The six most important things you can do for your health

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We all want to be healthy.  But there is so much information out there when it comes to your health that it’s hard to know what to focus on. Routine doctor visits are important, but only account for 10 percent of what determines your health.  Social and environmental factors are twice as important at 20 percent.  And genetics (what you inherit from your family) comes in at 30 percent.  The biggest factor, at 40 percent, is your health habits and behaviors.

Here are six of the most important things you can do for good health.

  • Be physically active. Exercise for at least 20 minutes, three times a week. Cardio is the most important type of exercise you can do. But it’s also important to incorporate resistance training, like weight lifting, into your routine.  People who exercise regularly have a lower risk of Alzheimer’s disease, live longer, have less joint pain, are in a better mood, and are at less risk for cancer. Find an activity you can enjoy. This gives you the best chance to keep it going over time.
  • Don’t smoke. Life is hard enough when you’re doing everything right.  Smoking harms almost every organ in your body.  Smoking causes cancer, and it can also cause heart disease, osteoporosis, cataracts, and even increases your chance of becoming diabetic.
  • Don’t drink alcohol to excess. Moderate drinking is one drink per day for women and two drinks per day for men.  Excessive drinking causes liver disease, high blood pressure, many types of cancer, and the empty calories increase your risk of obesity.
  • Eat multiple servings of fruits and vegetables each day. This means about two cups of fruit and two cups of vegetables.  The vitamins, minerals and fiber they provide reduce blood pressure and cholesterol as well as diseases of the intestines. They also help you repair injured tissues, reducing your risk of some cancers.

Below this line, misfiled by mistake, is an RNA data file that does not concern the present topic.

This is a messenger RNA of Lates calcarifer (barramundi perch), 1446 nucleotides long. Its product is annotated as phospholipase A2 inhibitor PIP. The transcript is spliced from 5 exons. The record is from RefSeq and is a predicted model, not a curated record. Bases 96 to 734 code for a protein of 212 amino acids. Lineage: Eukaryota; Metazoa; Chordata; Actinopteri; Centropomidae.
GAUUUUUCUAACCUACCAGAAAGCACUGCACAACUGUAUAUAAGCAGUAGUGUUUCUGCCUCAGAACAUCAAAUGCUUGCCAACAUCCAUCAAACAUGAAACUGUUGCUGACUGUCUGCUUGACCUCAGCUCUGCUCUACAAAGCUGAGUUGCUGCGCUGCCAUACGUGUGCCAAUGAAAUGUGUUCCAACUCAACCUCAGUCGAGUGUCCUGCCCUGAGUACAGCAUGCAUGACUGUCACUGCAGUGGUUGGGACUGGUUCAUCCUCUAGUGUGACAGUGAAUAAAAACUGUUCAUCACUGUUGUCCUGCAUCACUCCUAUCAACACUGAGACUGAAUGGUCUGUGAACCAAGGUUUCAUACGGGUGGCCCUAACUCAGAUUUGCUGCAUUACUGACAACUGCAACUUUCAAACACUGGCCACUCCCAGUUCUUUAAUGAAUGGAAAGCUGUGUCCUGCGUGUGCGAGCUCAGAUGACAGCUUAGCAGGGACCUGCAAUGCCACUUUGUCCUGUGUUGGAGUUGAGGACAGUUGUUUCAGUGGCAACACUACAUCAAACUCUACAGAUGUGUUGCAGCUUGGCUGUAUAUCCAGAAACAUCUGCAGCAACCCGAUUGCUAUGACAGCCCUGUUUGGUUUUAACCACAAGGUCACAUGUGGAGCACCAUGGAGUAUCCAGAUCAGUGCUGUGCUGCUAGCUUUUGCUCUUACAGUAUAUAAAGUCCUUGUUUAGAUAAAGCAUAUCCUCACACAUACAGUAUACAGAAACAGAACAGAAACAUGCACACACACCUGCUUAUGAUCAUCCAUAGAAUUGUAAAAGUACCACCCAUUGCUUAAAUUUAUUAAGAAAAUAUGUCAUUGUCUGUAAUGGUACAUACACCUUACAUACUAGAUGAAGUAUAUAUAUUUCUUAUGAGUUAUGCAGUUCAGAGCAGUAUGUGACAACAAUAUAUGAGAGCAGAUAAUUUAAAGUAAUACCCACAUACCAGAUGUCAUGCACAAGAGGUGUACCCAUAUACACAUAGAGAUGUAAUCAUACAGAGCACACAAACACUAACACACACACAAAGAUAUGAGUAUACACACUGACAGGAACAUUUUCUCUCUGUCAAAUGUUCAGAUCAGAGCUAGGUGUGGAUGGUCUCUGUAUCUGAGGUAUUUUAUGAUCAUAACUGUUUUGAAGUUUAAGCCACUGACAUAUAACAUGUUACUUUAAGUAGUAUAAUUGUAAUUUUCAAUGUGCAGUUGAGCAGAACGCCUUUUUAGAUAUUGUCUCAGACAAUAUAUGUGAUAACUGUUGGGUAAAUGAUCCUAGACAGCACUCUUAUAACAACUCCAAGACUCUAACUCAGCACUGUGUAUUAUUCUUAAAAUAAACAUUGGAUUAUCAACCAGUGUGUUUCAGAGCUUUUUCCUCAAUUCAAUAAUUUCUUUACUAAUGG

• Wear seatbelts. Your injuries from a car crash will be worse without a seatbelt. And not wearing one during a car crash can be fatal. More than half of people ages 13 to 44 who die in car accidents don’t have on seatbelts.
  • Achieve a healthy weight. Being overweight or obese increases your risk of disease, most notably diabetes, high blood pressure, stroke, heart attack, arthritis, and many types of cancer.  Being underweight is also a risk factor for disease.  Ask your doctor about your BMI (your measure of body fat based on height and weight). A BMI of 19 to 25 is healthy.

These six health habits may not seem all that difficult, but only three percent of Americans do them all.  Talk with your doctor about your challenges.  Write down your goals and post them where you can see them every day.  If you achieve all six, you will have more energy, feel more focused and motivated, handle stress better, and have the best possible quality of life.

Author

Scott_Eden

Scott Eden, MD, is a primary care doctor with Anne Arundel Medical Group (AAMG) Chesapeake Family Medicine, a new practice in Annapolis, Md. For more information or to schedule an appointment, call 443-481-4080.

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